U.S. En­ergy Sec­ret­ary Ern­est Mon­iz called a com­mit­ment to the agency’s guidelines “the closest thing we have to in­ter­na­tion­al stand­ards.”

What role the U.N. agency will ul­ti­mately play as the sum­mit’s 35-coun­try ini­ti­at­ive takes its course re­mains to be seen, is­sue ex­perts said.

Bernhard said that while piggy­back­ing the gov­ernance pro­cess onto agency prac­tices might ul­ti­mately lead to uni­ver­sal ad­op­tion of nuc­le­ar-se­cur­ity meas­ures, the Vi­enna-based watch­dog or­gan­iz­a­tion would un­likely be able to sus­tain con­tin­ued fo­cus on the is­sue.

Ken­neth Brill, a former dir­ect­or of the U.S. Na­tion­al Coun­ter­pro­lif­er­a­tion Cen­ter, called the Tues­day an­nounce­ment an “im­port­ant found­a­tion” for fu­ture work. Com­ment­ing on the ab­sence of some key nuc­le­ar-weapon states in the ini­ti­at­ive, he said: “When so many coun­tries sign up, those who don’t be­gin to stand out.”

The Fis­sile Ma­ter­i­als Work­ing Group, a col­lec­tion of world­wide is­sue ex­perts, warned in a Tues­day press state­ment that the ini­ti­at­ive’s im­pact would be weakened be­cause of the sev­er­al key coun­tries not in­cluded. In ad­di­tion, the group lamen­ted that the joint state­ment des­ig­nates nuc­le­ar se­cur­ity a na­tion­al re­spons­ib­il­ity, as op­posed to a glob­al one.

In his clos­ing speech, Obama urged fel­low heads of state to “fin­ish strong” at the fi­nal 2016 sum­mit, likely to be held in Wash­ing­ton. Obama said dis­cus­sions among lead­ers be­hind closed doors today led to an ex­pect­a­tion that the up­com­ing gath­er­ing would serve as a “trans­ition­al sum­mit,” with fol­low-on work in fu­ture years done at the min­is­teri­al level and be­low.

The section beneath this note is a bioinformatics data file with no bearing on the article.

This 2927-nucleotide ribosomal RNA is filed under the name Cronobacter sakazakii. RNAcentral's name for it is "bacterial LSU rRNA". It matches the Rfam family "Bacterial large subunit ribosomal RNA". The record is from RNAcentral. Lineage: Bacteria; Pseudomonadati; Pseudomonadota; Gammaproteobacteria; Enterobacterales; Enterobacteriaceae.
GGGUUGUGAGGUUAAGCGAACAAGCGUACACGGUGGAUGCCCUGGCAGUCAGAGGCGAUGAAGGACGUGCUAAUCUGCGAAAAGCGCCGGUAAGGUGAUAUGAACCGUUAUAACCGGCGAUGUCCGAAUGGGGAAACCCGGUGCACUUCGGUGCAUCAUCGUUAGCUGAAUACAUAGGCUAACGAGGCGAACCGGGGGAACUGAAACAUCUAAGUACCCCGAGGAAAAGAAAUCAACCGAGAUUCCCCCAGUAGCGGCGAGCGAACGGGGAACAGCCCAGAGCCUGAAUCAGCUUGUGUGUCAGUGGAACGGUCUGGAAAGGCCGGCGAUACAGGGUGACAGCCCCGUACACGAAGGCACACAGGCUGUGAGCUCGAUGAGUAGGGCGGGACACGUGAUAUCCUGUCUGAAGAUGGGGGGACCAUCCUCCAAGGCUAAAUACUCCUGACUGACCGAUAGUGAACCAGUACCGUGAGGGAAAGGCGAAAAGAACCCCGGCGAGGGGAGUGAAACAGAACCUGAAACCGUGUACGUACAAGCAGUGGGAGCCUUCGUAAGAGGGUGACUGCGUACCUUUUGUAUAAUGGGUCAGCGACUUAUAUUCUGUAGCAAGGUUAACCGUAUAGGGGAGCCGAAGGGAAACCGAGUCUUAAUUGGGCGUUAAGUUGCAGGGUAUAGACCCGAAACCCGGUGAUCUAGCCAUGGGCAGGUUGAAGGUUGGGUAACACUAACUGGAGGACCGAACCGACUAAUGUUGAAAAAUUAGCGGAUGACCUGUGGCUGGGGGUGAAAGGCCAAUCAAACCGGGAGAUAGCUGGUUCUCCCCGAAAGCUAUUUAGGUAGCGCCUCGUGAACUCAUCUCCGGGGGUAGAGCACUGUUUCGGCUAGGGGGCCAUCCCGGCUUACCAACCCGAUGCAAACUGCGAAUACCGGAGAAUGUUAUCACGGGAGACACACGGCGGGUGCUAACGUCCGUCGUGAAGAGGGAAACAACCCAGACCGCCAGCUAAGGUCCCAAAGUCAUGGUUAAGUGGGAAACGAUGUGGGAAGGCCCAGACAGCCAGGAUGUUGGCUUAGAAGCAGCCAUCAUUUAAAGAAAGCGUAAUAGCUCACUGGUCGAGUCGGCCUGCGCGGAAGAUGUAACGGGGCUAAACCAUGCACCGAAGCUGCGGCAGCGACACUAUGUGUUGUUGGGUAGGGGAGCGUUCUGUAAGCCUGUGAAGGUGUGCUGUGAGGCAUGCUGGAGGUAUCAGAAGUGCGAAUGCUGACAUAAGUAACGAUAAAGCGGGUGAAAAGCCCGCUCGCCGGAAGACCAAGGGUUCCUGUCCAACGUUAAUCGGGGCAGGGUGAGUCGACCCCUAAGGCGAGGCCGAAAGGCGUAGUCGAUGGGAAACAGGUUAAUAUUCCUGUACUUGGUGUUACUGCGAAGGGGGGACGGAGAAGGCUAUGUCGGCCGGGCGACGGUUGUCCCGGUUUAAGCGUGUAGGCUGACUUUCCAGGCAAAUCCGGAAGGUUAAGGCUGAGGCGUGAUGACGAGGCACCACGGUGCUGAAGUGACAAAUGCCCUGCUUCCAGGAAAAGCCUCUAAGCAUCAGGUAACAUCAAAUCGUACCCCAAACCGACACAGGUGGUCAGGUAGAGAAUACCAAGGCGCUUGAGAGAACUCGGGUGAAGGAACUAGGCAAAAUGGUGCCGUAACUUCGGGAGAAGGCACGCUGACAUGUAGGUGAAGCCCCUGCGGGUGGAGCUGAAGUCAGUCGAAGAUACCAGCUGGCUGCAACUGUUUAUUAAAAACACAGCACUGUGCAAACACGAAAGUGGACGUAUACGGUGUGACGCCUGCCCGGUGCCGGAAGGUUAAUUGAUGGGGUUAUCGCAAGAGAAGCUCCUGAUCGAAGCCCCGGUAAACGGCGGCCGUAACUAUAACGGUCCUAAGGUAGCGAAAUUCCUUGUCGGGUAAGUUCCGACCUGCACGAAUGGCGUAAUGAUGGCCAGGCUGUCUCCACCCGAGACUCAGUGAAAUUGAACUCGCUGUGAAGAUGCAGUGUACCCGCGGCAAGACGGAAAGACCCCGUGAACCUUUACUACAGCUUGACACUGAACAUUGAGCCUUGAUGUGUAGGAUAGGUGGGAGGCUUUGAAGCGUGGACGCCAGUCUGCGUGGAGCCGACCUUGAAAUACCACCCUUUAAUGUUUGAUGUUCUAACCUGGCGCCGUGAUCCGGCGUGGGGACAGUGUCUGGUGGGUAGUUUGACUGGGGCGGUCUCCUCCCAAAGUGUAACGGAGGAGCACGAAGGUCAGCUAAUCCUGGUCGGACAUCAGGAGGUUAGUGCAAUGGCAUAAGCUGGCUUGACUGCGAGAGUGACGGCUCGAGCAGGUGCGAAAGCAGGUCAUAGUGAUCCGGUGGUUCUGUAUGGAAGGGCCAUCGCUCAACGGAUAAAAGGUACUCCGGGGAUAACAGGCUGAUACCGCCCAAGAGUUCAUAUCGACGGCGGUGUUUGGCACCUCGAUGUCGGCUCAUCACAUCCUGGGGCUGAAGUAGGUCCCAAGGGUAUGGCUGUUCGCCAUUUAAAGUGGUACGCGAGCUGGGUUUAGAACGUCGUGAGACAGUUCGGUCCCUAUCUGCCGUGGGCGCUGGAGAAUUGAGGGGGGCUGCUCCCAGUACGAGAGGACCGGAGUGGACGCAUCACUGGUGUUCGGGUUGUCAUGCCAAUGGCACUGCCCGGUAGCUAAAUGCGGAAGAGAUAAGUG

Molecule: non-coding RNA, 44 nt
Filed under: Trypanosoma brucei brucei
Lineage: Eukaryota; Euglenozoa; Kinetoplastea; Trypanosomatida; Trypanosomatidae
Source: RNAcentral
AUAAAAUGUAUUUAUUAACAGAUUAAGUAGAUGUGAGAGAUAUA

Mean­while, all world lead­ers par­ti­cip­at­ing in the sum­mit con­firmed on Tues­day that they were pledging to min­im­ize stocks of weapons us­able plutoni­um.

“We re­cog­nize that highly en­riched urani­um and sep­ar­ated plutoni­um re­quire spe­cial pre­cau­tions and that it is of great im­port­ance that they are ap­pro­pri­ately se­cured, con­sol­id­ated and ac­coun­ted for,” the of­fi­cial com­mu­nique reads. “We en­cour­age states to min­im­ize their stocks of HEU and to keep their stock­pile of sep­ar­ated plutoni­um to the min­im­um level, both as con­sist­ent with na­tion­al re­quire­ments.

The lan­guage drew a mixed re­ac­tion from one non­pro­lif­er­a­tion ex­pert.

“It’s a cred­it to the Dutch that the plutoni­um lan­guage is in there, but lan­guage on plutoni­um should be equi­val­ent to HEU — i.e. ‘min­im­iz­ing’ plutoni­um, not keep­ing plutoni­um ‘to the min­im­um level con­sist­ent with na­tion­al re­quire­ments,’” Miles Pom­per of the James Mar­tin Cen­ter for Non­pro­lif­er­a­tion Stud­ies said in an email. “That’s too much wiggle room to [po­ten­tially] keep huge plutoni­um stocks.”

Plutoni­um has been one of the more dif­fi­cult is­sues to tackle dur­ing the bi­en­ni­al sum­mit pro­cess. Pre­vi­ously, the ses­sions had fo­cused largely on highly en­riched urani­um.

Douglas P. Guarino con­trib­uted to this art­icle from Wash­ing­ton.